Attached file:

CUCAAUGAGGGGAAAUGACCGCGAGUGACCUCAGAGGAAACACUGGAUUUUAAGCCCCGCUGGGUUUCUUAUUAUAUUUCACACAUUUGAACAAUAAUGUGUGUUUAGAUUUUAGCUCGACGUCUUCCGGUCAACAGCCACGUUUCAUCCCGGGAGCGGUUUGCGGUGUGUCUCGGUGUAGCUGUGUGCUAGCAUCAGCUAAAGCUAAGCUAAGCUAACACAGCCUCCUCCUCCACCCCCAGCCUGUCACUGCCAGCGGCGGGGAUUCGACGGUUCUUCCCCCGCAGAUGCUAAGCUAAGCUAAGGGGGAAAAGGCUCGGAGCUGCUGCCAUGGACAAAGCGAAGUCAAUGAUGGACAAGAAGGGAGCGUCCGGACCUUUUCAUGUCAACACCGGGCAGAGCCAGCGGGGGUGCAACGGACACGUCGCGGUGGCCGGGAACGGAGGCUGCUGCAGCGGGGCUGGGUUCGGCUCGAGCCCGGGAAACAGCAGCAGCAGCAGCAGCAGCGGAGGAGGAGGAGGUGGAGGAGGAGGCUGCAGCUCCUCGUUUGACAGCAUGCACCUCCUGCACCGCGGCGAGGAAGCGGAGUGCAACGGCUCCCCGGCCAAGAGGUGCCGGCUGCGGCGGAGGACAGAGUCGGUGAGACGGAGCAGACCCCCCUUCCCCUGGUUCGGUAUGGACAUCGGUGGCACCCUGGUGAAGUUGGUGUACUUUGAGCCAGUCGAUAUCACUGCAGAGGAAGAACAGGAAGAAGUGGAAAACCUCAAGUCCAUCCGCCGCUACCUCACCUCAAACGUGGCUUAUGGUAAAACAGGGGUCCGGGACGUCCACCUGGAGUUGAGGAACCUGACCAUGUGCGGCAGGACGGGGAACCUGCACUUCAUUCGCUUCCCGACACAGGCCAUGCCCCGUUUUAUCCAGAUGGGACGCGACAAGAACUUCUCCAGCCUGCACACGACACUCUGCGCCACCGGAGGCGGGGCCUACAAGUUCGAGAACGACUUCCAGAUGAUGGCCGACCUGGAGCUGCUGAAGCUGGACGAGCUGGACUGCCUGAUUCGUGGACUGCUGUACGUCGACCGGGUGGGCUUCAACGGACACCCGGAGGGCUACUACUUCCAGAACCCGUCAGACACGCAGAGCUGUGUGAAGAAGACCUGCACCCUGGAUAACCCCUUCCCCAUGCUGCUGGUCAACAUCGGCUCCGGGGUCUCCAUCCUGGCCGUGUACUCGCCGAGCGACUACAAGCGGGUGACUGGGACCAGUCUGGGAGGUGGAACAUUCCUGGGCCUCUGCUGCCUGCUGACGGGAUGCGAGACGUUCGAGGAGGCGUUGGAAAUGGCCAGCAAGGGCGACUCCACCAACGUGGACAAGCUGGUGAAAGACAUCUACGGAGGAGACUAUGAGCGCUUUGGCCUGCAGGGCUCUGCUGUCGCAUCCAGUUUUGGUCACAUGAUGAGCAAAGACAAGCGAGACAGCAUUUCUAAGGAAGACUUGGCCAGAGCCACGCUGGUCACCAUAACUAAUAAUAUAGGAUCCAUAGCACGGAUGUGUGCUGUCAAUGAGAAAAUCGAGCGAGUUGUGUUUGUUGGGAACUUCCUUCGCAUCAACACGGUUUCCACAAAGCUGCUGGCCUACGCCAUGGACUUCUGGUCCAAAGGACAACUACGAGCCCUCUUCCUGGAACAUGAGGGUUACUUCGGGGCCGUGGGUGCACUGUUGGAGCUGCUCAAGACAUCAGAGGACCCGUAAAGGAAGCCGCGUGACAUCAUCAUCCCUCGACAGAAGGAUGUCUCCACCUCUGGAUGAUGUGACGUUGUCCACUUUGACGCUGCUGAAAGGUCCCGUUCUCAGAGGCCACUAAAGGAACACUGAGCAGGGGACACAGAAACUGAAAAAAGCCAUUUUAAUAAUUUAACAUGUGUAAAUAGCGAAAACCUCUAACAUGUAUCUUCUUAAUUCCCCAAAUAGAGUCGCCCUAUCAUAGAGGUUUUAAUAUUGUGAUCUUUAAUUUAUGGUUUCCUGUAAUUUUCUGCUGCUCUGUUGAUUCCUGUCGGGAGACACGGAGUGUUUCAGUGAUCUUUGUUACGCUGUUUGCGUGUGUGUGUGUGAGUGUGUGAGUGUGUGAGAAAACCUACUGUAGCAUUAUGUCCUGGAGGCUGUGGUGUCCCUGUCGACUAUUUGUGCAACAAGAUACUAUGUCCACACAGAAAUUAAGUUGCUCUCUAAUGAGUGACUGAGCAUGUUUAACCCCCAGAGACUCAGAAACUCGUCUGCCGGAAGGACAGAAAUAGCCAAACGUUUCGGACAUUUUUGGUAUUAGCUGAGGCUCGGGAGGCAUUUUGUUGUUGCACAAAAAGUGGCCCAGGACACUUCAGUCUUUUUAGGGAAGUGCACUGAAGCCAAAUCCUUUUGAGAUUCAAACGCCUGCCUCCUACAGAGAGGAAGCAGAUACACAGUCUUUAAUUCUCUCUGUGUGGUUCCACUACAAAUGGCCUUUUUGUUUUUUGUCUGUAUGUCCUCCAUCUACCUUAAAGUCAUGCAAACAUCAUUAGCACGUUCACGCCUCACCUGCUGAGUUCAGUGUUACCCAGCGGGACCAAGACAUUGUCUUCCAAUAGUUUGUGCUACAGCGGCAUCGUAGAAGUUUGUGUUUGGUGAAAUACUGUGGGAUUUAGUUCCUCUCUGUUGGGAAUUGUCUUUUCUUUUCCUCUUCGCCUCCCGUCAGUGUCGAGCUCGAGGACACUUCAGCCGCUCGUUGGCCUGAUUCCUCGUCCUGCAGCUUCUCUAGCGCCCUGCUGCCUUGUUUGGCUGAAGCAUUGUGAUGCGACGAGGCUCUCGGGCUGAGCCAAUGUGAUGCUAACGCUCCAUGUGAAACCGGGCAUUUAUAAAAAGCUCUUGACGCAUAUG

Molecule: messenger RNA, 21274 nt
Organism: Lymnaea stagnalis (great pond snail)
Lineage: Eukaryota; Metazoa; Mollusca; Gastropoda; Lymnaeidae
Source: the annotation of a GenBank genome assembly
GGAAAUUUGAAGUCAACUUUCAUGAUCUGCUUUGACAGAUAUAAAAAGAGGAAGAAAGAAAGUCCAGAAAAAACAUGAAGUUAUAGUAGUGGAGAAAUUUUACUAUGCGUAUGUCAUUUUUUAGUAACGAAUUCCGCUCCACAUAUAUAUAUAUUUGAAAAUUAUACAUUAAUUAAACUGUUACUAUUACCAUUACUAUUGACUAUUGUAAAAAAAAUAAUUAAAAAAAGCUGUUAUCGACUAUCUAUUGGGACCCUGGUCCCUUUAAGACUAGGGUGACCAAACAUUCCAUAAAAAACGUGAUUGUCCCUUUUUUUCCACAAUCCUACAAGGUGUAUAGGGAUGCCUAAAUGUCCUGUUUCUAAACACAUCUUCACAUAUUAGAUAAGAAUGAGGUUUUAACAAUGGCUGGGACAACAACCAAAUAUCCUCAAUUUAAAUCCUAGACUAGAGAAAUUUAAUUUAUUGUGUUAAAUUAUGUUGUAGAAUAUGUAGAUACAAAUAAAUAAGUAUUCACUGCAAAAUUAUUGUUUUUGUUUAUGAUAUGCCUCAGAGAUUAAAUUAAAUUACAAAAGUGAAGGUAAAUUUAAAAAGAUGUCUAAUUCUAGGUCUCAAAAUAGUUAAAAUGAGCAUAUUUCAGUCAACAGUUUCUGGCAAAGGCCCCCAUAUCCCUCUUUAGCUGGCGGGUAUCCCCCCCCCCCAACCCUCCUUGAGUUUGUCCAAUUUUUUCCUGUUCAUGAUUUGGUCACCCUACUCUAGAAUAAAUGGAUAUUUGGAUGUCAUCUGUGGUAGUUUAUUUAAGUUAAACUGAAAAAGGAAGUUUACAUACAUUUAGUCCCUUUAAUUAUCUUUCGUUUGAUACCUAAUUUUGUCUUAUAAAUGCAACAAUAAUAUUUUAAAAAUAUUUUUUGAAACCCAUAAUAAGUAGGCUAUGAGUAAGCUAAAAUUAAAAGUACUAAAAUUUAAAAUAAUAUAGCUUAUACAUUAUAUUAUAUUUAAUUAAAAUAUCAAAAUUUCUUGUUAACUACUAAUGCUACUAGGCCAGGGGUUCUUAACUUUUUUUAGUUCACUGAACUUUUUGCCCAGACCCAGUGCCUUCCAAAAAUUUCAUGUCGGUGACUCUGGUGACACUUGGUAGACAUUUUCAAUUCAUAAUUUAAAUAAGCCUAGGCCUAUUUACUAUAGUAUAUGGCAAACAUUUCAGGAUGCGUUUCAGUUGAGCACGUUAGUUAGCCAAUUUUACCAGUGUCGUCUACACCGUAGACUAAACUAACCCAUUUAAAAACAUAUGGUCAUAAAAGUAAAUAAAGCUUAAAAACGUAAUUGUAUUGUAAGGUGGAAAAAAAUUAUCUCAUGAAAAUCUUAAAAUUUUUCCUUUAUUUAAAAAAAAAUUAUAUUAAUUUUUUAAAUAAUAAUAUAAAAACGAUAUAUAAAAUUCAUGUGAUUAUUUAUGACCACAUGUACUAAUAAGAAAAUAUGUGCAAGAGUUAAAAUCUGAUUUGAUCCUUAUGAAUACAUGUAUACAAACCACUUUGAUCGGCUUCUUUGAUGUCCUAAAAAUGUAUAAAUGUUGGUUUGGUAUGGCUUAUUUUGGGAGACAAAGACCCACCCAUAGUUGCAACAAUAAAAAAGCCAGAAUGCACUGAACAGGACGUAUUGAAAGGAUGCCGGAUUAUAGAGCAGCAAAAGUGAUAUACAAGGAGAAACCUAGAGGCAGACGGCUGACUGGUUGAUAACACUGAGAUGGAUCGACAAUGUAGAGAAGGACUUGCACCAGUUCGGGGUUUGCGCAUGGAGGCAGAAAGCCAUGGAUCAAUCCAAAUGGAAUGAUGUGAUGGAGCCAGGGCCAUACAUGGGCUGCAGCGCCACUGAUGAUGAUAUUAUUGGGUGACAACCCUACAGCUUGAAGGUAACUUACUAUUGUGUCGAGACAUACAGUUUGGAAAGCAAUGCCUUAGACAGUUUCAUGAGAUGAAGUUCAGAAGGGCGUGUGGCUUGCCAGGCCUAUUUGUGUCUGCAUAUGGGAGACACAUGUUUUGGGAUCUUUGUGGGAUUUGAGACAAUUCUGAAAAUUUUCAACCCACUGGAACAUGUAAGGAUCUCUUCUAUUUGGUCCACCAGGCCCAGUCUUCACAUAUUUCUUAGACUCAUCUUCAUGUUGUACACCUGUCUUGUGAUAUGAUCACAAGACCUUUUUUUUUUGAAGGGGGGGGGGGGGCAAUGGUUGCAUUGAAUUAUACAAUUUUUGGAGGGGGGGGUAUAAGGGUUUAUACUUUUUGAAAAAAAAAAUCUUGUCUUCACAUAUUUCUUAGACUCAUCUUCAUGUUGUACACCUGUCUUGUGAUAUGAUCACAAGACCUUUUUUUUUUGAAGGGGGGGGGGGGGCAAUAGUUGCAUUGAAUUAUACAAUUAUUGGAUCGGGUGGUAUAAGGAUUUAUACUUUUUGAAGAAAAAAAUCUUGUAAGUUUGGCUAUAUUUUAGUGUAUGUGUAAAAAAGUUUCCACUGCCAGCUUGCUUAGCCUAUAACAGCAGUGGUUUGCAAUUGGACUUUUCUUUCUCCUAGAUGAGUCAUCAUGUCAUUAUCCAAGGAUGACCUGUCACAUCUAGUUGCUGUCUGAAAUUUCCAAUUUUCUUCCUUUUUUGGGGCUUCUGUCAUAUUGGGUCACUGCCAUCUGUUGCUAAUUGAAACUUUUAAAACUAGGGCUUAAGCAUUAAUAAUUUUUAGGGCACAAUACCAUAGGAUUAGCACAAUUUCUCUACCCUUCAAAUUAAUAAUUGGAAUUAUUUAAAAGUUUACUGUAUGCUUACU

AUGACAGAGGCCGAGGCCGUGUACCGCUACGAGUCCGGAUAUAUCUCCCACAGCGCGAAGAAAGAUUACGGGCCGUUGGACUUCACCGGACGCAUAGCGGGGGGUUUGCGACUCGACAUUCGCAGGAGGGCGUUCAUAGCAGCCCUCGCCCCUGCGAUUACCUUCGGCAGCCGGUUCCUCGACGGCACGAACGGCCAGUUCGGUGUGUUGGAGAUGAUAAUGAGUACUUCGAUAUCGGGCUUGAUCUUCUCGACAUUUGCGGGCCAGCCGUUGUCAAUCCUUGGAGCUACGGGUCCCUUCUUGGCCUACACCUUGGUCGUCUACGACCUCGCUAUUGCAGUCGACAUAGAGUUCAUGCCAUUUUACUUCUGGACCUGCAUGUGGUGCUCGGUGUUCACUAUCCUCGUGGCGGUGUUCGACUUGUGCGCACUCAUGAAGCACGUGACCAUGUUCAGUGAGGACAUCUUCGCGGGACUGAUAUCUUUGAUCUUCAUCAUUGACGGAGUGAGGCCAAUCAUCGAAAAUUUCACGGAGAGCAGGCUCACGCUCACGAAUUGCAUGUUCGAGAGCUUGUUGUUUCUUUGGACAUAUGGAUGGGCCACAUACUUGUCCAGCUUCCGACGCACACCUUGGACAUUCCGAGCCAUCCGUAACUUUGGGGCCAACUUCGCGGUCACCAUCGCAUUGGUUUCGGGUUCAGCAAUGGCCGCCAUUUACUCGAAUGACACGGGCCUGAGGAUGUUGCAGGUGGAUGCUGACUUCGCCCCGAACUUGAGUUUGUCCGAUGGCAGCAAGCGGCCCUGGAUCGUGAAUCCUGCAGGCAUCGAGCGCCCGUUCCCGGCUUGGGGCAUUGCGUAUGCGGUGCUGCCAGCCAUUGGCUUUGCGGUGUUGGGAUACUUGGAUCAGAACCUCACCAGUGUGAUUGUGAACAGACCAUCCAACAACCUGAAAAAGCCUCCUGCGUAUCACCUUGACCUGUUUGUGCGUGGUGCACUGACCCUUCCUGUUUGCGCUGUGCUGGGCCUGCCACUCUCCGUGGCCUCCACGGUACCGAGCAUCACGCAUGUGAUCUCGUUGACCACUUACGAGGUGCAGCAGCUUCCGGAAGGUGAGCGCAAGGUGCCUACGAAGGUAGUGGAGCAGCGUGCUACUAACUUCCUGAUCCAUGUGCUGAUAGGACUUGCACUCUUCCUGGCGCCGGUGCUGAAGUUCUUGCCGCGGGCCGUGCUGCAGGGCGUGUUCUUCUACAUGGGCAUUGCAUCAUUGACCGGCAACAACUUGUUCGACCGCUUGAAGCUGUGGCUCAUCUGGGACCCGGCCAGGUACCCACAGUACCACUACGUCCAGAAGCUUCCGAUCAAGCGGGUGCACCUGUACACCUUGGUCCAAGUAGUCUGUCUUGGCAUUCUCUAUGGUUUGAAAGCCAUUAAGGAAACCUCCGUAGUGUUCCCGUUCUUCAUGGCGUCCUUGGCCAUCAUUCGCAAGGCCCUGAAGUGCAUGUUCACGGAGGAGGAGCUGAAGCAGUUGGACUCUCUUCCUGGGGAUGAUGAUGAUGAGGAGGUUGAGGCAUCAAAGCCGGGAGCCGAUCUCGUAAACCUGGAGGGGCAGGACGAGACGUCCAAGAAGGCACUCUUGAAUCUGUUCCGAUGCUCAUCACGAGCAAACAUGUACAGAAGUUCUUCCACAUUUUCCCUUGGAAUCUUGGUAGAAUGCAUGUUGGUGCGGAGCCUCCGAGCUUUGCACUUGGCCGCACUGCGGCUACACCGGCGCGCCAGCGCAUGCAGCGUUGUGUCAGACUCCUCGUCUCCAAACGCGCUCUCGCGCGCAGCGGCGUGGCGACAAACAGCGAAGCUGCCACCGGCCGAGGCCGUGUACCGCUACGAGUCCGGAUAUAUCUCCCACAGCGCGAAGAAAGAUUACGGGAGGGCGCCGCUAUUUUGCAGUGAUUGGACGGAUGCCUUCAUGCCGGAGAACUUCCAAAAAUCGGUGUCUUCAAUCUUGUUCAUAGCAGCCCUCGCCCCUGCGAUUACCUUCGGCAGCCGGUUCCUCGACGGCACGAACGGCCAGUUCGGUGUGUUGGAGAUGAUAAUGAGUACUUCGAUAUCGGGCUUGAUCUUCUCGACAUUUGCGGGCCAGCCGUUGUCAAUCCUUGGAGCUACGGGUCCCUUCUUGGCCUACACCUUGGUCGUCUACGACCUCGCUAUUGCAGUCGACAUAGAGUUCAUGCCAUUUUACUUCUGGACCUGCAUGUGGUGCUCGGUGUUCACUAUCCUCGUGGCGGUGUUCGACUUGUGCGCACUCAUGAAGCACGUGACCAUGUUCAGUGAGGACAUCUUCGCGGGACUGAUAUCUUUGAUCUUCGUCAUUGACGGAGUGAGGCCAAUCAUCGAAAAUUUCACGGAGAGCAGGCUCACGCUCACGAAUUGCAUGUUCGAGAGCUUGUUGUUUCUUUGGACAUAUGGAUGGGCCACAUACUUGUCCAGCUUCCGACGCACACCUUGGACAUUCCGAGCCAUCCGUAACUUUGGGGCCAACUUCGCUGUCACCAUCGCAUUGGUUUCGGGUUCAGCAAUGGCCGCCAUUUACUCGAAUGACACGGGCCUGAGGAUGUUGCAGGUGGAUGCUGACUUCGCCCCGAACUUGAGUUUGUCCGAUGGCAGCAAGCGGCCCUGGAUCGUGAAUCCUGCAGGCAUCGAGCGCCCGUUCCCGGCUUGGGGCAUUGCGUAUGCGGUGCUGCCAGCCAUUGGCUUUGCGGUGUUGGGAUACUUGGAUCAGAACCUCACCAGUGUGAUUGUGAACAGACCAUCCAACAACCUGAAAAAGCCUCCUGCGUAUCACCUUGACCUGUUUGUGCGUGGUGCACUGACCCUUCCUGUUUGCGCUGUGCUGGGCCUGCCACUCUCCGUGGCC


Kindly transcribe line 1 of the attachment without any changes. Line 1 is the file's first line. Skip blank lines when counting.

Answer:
CUCAAUGAGGGGAAAUGACCGCGAGUGACCUCAGAGGAAACACUGGAUUUUAAGCCCCGCUGGGUUUCUUAUUAUAUUUCACACAUUUGAACAAUAAUGUGUGUUUAGAUUUUAGCUCGACGUCUUCCGGUCAACAGCCACGUUUCAUCCCGGGAGCGGUUUGCGGUGUGUCUCGGUGUAGCUGUGUGCUAGCAUCAGCUAAAGCUAAGCUAAGCUAACACAGCCUCCUCCUCCACCCCCAGCCUGUCACUGCCAGCGGCGGGGAUUCGACGGUUCUUCCCCCGCAGAUGCUAAGCUAAGCUAAGGGGGAAAAGGCUCGGAGCUGCUGCCAUGGACAAAGCGAAGUCAAUGAUGGACAAGAAGGGAGCGUCCGGACCUUUUCAUGUCAACACCGGGCAGAGCCAGCGGGGGUGCAACGGACACGUCGCGGUGGCCGGGAACGGAGGCUGCUGCAGCGGGGCUGGGUUCGGCUCGAGCCCGGGAAACAGCAGCAGCAGCAGCAGCAGCGGAGGAGGAGGAGGUGGAGGAGGAGGCUGCAGCUCCUCGUUUGACAGCAUGCACCUCCUGCACCGCGGCGAGGAAGCGGAGUGCAACGGCUCCCCGGCCAAGAGGUGCCGGCUGCGGCGGAGGACAGAGUCGGUGAGACGGAGCAGACCCCCCUUCCCCUGGUUCGGUAUGGACAUCGGUGGCACCCUGGUGAAGUUGGUGUACUUUGAGCCAGUCGAUAUCACUGCAGAGGAAGAACAGGAAGAAGUGGAAAACCUCAAGUCCAUCCGCCGCUACCUCACCUCAAACGUGGCUUAUGGUAAAACAGGGGUCCGGGACGUCCACCUGGAGUUGAGGAACCUGACCAUGUGCGGCAGGACGGGGAACCUGCACUUCAUUCGCUUCCCGACACAGGCCAUGCCCCGUUUUAUCCAGAUGGGACGCGACAAGAACUUCUCCAGCCUGCACACGACACUCUGCGCCACCGGAGGCGGGGCCUACAAGUUCGAGAACGACUUCCAGAUGAUGGCCGACCUGGAGCUGCUGAAGCUGGACGAGCUGGACUGCCUGAUUCGUGGACUGCUGUACGUCGACCGGGUGGGCUUCAACGGACACCCGGAGGGCUACUACUUCCAGAACCCGUCAGACACGCAGAGCUGUGUGAAGAAGACCUGCACCCUGGAUAACCCCUUCCCCAUGCUGCUGGUCAACAUCGGCUCCGGGGUCUCCAUCCUGGCCGUGUACUCGCCGAGCGACUACAAGCGGGUGACUGGGACCAGUCUGGGAGGUGGAACAUUCCUGGGCCUCUGCUGCCUGCUGACGGGAUGCGAGACGUUCGAGGAGGCGUUGGAAAUGGCCAGCAAGGGCGACUCCACCAACGUGGACAAGCUGGUGAAAGACAUCUACGGAGGAGACUAUGAGCGCUUUGGCCUGCAGGGCUCUGCUGUCGCAUCCAGUUUUGGUCACAUGAUGAGCAAAGACAAGCGAGACAGCAUUUCUAAGGAAGACUUGGCCAGAGCCACGCUGGUCACCAUAACUAAUAAUAUAGGAUCCAUAGCACGGAUGUGUGCUGUCAAUGAGAAAAUCGAGCGAGUUGUGUUUGUUGGGAACUUCCUUCGCAUCAACACGGUUUCCACAAAGCUGCUGGCCUACGCCAUGGACUUCUGGUCCAAAGGACAACUACGAGCCCUCUUCCUGGAACAUGAGGGUUACUUCGGGGCCGUGGGUGCACUGUUGGAGCUGCUCAAGACAUCAGAGGACCCGUAAAGGAAGCCGCGUGACAUCAUCAUCCCUCGACAGAAGGAUGUCUCCACCUCUGGAUGAUGUGACGUUGUCCACUUUGACGCUGCUGAAAGGUCCCGUUCUCAGAGGCCACUAAAGGAACACUGAGCAGGGGACACAGAAACUGAAAAAAGCCAUUUUAAUAAUUUAACAUGUGUAAAUAGCGAAAACCUCUAACAUGUAUCUUCUUAAUUCCCCAAAUAGAGUCGCCCUAUCAUAGAGGUUUUAAUAUUGUGAUCUUUAAUUUAUGGUUUCCUGUAAUUUUCUGCUGCUCUGUUGAUUCCUGUCGGGAGACACGGAGUGUUUCAGUGAUCUUUGUUACGCUGUUUGCGUGUGUGUGUGUGAGUGUGUGAGUGUGUGAGAAAACCUACUGUAGCAUUAUGUCCUGGAGGCUGUGGUGUCCCUGUCGACUAUUUGUGCAACAAGAUACUAUGUCCACACAGAAAUUAAGUUGCUCUCUAAUGAGUGACUGAGCAUGUUUAACCCCCAGAGACUCAGAAACUCGUCUGCCGGAAGGACAGAAAUAGCCAAACGUUUCGGACAUUUUUGGUAUUAGCUGAGGCUCGGGAGGCAUUUUGUUGUUGCACAAAAAGUGGCCCAGGACACUUCAGUCUUUUUAGGGAAGUGCACUGAAGCCAAAUCCUUUUGAGAUUCAAACGCCUGCCUCCUACAGAGAGGAAGCAGAUACACAGUCUUUAAUUCUCUCUGUGUGGUUCCACUACAAAUGGCCUUUUUGUUUUUUGUCUGUAUGUCCUCCAUCUACCUUAAAGUCAUGCAAACAUCAUUAGCACGUUCACGCCUCACCUGCUGAGUUCAGUGUUACCCAGCGGGACCAAGACAUUGUCUUCCAAUAGUUUGUGCUACAGCGGCAUCGUAGAAGUUUGUGUUUGGUGAAAUACUGUGGGAUUUAGUUCCUCUCUGUUGGGAAUUGUCUUUUCUUUUCCUCUUCGCCUCCCGUCAGUGUCGAGCUCGAGGACACUUCAGCCGCUCGUUGGCCUGAUUCCUCGUCCUGCAGCUUCUCUAGCGCCCUGCUGCCUUGUUUGGCUGAAGCAUUGUGAUGCGACGAGGCUCUCGGGCUGAGCCAAUGUGAUGCUAACGCUCCAUGUGAAACCGGGCAUUUAUAAAAAGCUCUUGACGCAUAUG